On Monday, the 2012 MLB Draft will take place, with the Brewers selecting twice in the first round for the second year in a row. What will happen in the days and weeks to come is a question for people smarter and better connected than me, but it seems like a good time to look back at the 2011 draft, especially considering that two of last year’s most important draftees both pitched last night. 12th overall pick Taylor Jungmann, a right-hander, allowed three runs in 6 2/3 innings for high-A Brevard County. 491st overall pick Carlos Rodon, also a righty, posted the same line for the NC State Wolfpack in the College World Series.
The devil is in the details. Since making his pro debut, Jungmann has neither flopped nor dominated, with his stuff apparently neither taking a big turn for the worse or for the better. (The same can be said about fellow first-rounder Jed Bradley.) However, Rodon, a 16th round pick who passed on the Brewers’ above-slot bonus in favor of a
scholarship to NC State, has seen his stock soar, with and one national writer saying that, if he were eligible, he would go first overall this year.
Based on talent alone, Rodon figured to be picked in the first few rounds last year, but concerns about his bonus demands (he was reportedly seeking a bonus in the $700,000 range, or sandwich round money, and had a strong commitment to NC State) led some teams to shy away. Either way, most people thought he would still be picked in the first five rounds. However, he wasn’t picked in the first five, or the first ten. (The Brewers apparently told him they would take him in the fourth round if he signed for the $200,000 bonus recommended by MLB for that slot, but he turned it down.) Rodon slid all the way to the 16th round, where Milwaukee took him with the 491st overall pick.
Though it will likely change with the new Collective Bargaining Agreement, teams in the past were always able to take flyers on guys like Rodon in the mid-to-late rounds, hoping they could buy them away from college with a way-above-slot deal, especially if one of their top picks didn’t sign. It was known that Rodon, who was ranked the 66th best high schooler in the country by Baseball America, was going to require such an above-slot contract to become a Brewer, and the player and team were roughly half a million apart. (It’s worth noting that, with big over-slot deals essentially banned in the new CBA, these negotiations would probably have never taken place this year.) In the days leading up the August signing deadline, negotiations heated up, but the day before the deadline, it was clear that Rodon was headed to college.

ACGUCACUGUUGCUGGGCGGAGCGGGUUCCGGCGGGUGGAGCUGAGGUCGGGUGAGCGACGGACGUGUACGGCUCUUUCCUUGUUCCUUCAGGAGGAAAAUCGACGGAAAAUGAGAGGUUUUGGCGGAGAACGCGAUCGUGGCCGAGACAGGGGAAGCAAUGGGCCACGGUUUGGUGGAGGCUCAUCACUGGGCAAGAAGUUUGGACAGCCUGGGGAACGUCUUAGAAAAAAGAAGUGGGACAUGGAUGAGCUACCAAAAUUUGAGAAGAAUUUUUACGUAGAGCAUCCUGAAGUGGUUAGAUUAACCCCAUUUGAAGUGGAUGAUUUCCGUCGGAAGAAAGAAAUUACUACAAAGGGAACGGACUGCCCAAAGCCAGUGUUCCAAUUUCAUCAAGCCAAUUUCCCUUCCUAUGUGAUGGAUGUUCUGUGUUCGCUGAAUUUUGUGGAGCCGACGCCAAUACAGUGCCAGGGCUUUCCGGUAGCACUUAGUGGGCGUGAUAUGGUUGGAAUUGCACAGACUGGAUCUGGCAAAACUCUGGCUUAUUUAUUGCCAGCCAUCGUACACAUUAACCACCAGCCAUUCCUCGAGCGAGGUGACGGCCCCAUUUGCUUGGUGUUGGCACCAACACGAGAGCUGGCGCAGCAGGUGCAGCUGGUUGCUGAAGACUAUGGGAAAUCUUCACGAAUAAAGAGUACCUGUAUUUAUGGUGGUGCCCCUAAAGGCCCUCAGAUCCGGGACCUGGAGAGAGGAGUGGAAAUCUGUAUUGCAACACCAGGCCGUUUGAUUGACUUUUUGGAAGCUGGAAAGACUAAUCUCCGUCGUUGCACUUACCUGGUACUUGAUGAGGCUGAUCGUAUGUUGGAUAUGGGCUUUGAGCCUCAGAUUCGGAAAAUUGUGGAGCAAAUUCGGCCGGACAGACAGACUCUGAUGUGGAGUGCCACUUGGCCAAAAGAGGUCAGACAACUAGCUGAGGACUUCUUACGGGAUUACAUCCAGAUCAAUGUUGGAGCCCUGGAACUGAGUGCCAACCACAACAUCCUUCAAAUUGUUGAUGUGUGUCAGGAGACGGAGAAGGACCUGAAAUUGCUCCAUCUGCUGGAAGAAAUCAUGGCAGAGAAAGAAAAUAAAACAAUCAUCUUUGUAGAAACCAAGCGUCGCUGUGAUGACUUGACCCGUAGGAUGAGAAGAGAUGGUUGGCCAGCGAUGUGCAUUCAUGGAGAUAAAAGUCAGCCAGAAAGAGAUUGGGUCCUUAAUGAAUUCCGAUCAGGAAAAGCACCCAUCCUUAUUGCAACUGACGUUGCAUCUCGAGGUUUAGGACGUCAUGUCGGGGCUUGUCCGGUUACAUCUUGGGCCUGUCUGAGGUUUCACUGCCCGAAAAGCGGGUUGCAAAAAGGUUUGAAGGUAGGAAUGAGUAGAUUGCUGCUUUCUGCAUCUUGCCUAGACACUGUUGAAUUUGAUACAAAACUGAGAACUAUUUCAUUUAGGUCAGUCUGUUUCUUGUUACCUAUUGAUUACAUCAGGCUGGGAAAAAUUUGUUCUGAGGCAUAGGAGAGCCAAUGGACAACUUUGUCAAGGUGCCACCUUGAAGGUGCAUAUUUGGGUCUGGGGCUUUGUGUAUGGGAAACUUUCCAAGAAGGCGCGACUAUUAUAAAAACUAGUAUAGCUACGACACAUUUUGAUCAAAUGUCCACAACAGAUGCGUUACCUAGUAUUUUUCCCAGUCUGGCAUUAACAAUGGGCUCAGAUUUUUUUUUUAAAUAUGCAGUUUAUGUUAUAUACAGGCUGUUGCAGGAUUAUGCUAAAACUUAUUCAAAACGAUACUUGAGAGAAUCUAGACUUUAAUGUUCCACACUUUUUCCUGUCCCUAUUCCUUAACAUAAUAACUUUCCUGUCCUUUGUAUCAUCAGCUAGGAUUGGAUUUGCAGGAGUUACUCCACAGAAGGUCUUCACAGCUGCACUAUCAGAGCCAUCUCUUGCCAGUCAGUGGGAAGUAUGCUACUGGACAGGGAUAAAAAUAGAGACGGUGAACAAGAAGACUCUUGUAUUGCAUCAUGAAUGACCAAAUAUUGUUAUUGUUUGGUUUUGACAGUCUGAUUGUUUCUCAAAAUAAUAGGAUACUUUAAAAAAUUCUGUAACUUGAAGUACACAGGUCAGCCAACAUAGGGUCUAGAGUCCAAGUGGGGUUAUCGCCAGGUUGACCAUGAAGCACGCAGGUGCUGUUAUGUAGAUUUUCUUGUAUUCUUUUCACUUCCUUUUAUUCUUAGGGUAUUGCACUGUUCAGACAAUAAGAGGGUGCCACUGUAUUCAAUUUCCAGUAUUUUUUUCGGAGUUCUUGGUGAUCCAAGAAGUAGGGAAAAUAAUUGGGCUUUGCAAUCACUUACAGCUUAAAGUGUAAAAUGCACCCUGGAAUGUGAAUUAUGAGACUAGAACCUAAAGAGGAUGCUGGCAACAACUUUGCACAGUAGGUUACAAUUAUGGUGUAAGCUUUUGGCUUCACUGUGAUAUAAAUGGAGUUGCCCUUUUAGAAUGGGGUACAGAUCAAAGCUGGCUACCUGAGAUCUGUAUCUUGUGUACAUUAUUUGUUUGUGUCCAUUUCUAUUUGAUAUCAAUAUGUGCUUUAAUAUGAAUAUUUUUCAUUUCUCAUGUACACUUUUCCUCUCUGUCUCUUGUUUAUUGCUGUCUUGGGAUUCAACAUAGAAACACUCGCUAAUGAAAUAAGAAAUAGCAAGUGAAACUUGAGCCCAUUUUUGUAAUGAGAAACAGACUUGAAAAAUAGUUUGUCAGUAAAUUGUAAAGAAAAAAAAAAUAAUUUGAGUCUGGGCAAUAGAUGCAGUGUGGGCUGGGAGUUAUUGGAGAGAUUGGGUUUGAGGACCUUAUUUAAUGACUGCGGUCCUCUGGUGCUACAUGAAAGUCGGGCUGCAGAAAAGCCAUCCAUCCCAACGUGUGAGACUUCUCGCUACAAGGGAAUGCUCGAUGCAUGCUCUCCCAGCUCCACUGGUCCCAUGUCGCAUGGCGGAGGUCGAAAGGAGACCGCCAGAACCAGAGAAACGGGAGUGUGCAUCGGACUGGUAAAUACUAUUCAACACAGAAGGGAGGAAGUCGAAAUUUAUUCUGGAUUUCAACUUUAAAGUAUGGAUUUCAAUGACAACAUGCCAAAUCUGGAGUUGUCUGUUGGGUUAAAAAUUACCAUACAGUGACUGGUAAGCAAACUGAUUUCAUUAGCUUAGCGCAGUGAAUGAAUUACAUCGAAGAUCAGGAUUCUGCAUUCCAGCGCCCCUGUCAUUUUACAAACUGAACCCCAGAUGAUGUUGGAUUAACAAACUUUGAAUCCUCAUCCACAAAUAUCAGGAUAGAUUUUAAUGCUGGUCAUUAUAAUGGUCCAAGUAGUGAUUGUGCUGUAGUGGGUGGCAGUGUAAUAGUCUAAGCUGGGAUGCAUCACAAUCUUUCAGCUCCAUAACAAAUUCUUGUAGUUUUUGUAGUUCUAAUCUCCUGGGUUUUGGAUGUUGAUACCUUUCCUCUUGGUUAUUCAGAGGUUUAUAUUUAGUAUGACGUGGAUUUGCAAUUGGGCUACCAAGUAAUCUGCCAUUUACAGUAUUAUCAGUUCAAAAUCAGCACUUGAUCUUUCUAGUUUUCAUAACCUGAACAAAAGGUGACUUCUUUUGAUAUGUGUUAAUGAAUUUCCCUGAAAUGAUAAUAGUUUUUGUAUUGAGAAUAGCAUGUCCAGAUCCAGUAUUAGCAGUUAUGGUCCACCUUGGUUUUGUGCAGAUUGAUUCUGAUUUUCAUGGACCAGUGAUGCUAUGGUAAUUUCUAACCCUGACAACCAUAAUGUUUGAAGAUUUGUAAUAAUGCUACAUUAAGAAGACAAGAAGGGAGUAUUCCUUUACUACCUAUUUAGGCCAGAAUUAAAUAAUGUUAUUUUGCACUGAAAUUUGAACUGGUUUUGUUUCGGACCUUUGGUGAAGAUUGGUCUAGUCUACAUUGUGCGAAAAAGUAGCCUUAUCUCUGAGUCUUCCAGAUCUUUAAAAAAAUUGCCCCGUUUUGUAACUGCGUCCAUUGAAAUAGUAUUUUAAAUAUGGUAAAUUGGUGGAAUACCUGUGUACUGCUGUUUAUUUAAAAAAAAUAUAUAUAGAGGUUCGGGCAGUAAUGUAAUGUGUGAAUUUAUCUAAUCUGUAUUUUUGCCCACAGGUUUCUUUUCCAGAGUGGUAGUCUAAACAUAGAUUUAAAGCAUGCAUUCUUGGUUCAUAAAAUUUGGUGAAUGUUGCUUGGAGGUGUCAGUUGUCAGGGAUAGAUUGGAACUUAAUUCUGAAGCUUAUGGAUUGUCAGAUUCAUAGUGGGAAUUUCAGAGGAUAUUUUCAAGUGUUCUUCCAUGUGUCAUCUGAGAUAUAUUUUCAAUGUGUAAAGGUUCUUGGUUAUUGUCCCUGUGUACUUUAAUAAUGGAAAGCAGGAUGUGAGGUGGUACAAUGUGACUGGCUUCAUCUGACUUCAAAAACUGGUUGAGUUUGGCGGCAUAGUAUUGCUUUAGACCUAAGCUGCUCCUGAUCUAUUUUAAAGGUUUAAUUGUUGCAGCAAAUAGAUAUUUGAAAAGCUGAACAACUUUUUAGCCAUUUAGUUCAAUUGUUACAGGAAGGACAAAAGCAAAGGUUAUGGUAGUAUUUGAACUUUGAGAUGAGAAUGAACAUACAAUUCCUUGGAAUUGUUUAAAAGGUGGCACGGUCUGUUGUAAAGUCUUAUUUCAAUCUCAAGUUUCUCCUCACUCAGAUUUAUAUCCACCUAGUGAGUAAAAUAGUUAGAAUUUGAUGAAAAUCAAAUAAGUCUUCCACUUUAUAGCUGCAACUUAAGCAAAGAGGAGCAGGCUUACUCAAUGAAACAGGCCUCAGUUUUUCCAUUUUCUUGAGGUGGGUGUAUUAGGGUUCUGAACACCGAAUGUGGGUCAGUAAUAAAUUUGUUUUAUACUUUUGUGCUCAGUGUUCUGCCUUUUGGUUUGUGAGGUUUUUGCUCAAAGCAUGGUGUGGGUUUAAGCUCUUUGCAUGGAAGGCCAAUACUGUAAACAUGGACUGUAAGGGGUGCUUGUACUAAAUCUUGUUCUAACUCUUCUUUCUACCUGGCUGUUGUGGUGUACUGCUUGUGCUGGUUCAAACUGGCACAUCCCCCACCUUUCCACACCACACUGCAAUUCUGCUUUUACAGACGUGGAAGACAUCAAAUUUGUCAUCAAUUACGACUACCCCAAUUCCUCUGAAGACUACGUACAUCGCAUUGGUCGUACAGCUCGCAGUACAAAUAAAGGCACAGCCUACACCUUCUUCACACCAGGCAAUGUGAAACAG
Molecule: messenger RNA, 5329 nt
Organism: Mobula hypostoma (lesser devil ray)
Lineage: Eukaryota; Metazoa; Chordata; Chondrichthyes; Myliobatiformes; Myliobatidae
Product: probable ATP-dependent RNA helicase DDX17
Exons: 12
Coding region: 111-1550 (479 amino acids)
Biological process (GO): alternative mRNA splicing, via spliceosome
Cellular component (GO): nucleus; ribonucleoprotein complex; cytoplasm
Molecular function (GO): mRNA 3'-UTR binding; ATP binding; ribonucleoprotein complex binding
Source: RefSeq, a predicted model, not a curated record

Almost as soon as the season started, word started getting around on Rodon, whose velocity had crept into the mid 90s, along with a full arsenal of breaking stuff. Rodon was the ace of NC State’s staff this year, allowing just 66 hits in 105(!) innings and striking out 126. He was the ACC Freshman of the Year, Pitcher of the Year, and was a finalist for the Golden Spikes Award. Almost every college baseball/scouting publication listed him as their breakout guy for the year. As we mentioned before, BA’s Aaron Fitt stated that Rodon would be the first overall pick this year if he was eligible. In the future, failing to come to terms with Rodon may turn out to be more painful than any of the recurring injuries the Brewers have suffered this season.
It’s worth noting that Rodon is a freshman in college, and a lot of things can go wrong between now, the day he is drafted again, and whatever future he may one day have in the big league. Also, Jungmann and Bradley have largely performed as expected this year, so there’s no reason to slam the Brewers for picking them or any of the other guys who received a big bonus. There’s no reason to judge any of them one year after being drafted: Look how much things changed for Rodon in a year’s time. However, it’s already looking like last year’s draft might end up being best remembered by the one that got away.